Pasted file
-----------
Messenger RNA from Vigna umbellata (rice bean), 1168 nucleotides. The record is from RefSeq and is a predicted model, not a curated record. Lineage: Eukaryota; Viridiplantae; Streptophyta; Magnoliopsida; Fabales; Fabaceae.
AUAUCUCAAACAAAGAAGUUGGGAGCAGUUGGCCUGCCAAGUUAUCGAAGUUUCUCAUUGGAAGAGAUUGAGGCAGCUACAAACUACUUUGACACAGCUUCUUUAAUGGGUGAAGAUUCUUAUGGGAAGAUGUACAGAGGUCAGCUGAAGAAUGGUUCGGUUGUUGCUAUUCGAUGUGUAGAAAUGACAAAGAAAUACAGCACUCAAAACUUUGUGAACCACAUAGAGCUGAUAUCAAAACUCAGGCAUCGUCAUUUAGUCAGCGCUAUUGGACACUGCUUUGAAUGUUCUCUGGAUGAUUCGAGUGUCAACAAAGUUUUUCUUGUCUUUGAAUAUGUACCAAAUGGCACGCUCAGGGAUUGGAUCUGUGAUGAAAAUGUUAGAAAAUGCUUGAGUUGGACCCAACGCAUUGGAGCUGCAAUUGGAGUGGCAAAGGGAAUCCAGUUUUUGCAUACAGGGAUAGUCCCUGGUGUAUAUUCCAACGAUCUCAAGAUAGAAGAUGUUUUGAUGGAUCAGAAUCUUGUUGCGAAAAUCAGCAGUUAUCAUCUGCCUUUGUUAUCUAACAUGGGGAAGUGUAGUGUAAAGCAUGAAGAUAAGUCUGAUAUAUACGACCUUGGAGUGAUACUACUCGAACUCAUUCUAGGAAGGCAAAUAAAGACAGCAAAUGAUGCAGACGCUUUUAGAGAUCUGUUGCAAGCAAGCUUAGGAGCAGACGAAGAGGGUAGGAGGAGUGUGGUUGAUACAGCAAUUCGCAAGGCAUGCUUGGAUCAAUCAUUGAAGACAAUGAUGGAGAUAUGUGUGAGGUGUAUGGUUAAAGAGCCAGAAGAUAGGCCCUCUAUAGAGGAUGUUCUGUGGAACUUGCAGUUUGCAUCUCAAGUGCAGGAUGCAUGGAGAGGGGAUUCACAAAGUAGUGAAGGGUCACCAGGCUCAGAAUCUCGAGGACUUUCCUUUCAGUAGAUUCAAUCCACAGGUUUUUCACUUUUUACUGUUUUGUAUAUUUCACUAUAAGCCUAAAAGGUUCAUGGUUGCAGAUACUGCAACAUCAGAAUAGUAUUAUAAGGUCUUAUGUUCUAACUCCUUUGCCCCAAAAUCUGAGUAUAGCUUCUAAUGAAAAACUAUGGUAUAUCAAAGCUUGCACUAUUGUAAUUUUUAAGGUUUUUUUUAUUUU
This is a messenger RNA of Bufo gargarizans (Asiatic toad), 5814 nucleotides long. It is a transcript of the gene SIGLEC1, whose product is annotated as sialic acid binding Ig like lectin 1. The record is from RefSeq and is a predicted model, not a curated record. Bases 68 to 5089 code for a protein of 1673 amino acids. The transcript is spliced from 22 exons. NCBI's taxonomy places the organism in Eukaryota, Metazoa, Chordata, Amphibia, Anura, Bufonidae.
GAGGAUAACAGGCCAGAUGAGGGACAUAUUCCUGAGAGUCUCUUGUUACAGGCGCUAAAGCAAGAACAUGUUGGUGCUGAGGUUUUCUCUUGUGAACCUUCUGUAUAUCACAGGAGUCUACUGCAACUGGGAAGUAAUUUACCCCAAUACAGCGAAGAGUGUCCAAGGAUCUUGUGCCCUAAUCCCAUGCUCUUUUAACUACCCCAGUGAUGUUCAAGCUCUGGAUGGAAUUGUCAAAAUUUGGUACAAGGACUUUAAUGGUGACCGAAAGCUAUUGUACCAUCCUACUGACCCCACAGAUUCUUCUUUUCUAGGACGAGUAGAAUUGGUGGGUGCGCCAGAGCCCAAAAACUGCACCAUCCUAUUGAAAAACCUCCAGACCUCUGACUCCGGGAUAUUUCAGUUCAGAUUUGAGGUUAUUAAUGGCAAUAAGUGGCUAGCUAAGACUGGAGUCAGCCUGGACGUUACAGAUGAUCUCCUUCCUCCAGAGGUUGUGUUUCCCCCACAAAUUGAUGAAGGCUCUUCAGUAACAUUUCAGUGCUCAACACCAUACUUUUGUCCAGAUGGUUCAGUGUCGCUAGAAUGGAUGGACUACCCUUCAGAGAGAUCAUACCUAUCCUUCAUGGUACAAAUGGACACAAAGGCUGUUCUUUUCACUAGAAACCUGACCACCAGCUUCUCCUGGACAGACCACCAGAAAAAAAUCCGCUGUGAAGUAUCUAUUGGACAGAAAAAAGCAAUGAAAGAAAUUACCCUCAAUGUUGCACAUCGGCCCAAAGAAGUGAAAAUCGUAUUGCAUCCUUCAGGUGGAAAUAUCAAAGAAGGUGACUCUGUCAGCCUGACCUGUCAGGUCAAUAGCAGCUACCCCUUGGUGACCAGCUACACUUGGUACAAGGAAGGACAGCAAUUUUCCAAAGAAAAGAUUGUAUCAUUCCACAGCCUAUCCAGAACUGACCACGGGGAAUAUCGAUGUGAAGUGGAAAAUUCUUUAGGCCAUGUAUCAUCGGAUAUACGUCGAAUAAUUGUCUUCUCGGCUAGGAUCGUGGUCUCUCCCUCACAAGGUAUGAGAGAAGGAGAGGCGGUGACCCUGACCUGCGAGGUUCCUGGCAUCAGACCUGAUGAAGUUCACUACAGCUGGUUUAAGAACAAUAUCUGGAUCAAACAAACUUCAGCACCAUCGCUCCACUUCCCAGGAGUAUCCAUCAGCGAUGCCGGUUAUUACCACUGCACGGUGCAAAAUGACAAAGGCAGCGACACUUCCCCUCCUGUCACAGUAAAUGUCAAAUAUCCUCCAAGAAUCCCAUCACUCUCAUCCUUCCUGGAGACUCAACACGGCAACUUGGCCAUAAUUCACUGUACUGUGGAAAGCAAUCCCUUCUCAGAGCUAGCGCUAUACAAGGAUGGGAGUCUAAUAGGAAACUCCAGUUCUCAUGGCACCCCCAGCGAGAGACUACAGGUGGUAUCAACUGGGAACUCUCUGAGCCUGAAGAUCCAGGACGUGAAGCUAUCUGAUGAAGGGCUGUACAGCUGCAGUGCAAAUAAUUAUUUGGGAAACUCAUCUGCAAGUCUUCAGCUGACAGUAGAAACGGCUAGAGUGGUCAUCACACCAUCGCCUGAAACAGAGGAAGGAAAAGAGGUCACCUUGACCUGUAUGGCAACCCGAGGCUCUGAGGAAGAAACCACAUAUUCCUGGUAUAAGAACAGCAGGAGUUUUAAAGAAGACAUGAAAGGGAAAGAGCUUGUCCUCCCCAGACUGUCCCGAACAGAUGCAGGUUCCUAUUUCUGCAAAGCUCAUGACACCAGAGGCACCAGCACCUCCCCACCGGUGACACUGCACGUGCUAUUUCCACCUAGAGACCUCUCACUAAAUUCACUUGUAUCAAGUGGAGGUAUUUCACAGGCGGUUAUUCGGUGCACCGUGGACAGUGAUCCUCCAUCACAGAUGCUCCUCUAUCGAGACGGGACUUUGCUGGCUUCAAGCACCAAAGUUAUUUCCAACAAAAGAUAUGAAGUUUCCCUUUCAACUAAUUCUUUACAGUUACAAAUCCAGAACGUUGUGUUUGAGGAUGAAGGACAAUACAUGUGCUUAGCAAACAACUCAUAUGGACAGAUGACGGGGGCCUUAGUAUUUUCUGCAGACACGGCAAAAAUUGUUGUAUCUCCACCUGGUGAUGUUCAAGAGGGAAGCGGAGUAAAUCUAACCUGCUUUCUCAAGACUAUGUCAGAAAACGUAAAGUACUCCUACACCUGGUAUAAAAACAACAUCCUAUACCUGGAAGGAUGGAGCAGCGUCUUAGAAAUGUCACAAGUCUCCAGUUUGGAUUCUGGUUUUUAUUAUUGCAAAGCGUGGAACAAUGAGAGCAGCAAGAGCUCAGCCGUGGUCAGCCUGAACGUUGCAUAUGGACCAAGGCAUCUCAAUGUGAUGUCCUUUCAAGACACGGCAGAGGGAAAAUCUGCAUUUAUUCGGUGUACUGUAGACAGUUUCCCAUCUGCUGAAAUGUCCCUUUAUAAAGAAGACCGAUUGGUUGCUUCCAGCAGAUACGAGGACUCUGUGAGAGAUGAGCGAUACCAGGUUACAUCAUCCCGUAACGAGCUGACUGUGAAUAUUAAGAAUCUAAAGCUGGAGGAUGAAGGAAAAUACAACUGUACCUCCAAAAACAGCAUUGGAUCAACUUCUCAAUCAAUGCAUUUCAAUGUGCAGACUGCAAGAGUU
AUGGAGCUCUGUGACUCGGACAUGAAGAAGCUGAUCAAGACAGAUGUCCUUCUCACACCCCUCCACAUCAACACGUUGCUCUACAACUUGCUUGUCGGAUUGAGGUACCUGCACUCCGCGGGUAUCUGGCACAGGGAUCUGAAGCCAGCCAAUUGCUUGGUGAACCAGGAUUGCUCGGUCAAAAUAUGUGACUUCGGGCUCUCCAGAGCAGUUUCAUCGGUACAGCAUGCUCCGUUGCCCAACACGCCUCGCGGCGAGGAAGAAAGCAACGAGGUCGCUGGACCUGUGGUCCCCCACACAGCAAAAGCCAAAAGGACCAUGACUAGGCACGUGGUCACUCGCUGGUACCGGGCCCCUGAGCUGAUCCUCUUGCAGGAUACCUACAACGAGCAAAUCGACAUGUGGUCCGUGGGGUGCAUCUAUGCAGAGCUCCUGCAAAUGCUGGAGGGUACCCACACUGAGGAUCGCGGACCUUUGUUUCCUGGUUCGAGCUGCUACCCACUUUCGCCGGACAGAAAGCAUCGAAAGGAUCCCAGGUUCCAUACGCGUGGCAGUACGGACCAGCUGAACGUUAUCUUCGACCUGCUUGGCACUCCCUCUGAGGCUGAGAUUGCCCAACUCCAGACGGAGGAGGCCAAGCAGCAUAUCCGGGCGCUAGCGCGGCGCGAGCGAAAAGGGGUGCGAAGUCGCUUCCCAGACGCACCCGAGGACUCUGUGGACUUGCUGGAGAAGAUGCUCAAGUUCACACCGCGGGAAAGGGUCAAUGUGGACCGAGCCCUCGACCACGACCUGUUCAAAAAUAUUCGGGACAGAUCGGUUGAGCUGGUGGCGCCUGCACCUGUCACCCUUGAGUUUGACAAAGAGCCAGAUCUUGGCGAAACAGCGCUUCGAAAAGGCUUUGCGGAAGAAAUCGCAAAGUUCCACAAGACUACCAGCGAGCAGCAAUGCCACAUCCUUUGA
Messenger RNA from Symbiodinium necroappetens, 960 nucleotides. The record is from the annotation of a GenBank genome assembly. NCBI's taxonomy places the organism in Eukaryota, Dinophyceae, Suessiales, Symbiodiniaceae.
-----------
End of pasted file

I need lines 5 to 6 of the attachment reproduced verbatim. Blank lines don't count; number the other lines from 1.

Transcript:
AUGGAGCUCUGUGACUCGGACAUGAAGAAGCUGAUCAAGACAGAUGUCCUUCUCACACCCCUCCACAUCAACACGUUGCUCUACAACUUGCUUGUCGGAUUGAGGUACCUGCACUCCGCGGGUAUCUGGCACAGGGAUCUGAAGCCAGCCAAUUGCUUGGUGAACCAGGAUUGCUCGGUCAAAAUAUGUGACUUCGGGCUCUCCAGAGCAGUUUCAUCGGUACAGCAUGCUCCGUUGCCCAACACGCCUCGCGGCGAGGAAGAAAGCAACGAGGUCGCUGGACCUGUGGUCCCCCACACAGCAAAAGCCAAAAGGACCAUGACUAGGCACGUGGUCACUCGCUGGUACCGGGCCCCUGAGCUGAUCCUCUUGCAGGAUACCUACAACGAGCAAAUCGACAUGUGGUCCGUGGGGUGCAUCUAUGCAGAGCUCCUGCAAAUGCUGGAGGGUACCCACACUGAGGAUCGCGGACCUUUGUUUCCUGGUUCGAGCUGCUACCCACUUUCGCCGGACAGAAAGCAUCGAAAGGAUCCCAGGUUCCAUACGCGUGGCAGUACGGACCAGCUGAACGUUAUCUUCGACCUGCUUGGCACUCCCUCUGAGGCUGAGAUUGCCCAACUCCAGACGGAGGAGGCCAAGCAGCAUAUCCGGGCGCUAGCGCGGCGCGAGCGAAAAGGGGUGCGAAGUCGCUUCCCAGACGCACCCGAGGACUCUGUGGACUUGCUGGAGAAGAUGCUCAAGUUCACACCGCGGGAAAGGGUCAAUGUGGACCGAGCCCUCGACCACGACCUGUUCAAAAAUAUUCGGGACAGAUCGGUUGAGCUGGUGGCGCCUGCACCUGUCACCCUUGAGUUUGACAAAGAGCCAGAUCUUGGCGAAACAGCGCUUCGAAAAGGCUUUGCGGAAGAAAUCGCAAAGUUCCACAAGACUACCAGCGAGCAGCAAUGCCACAUCCUUUGA
Messenger RNA from Symbiodinium necroappetens, 960 nucleotides. The record is from the annotation of a GenBank genome assembly. NCBI's taxonomy places the organism in Eukaryota, Dinophyceae, Suessiales, Symbiodiniaceae.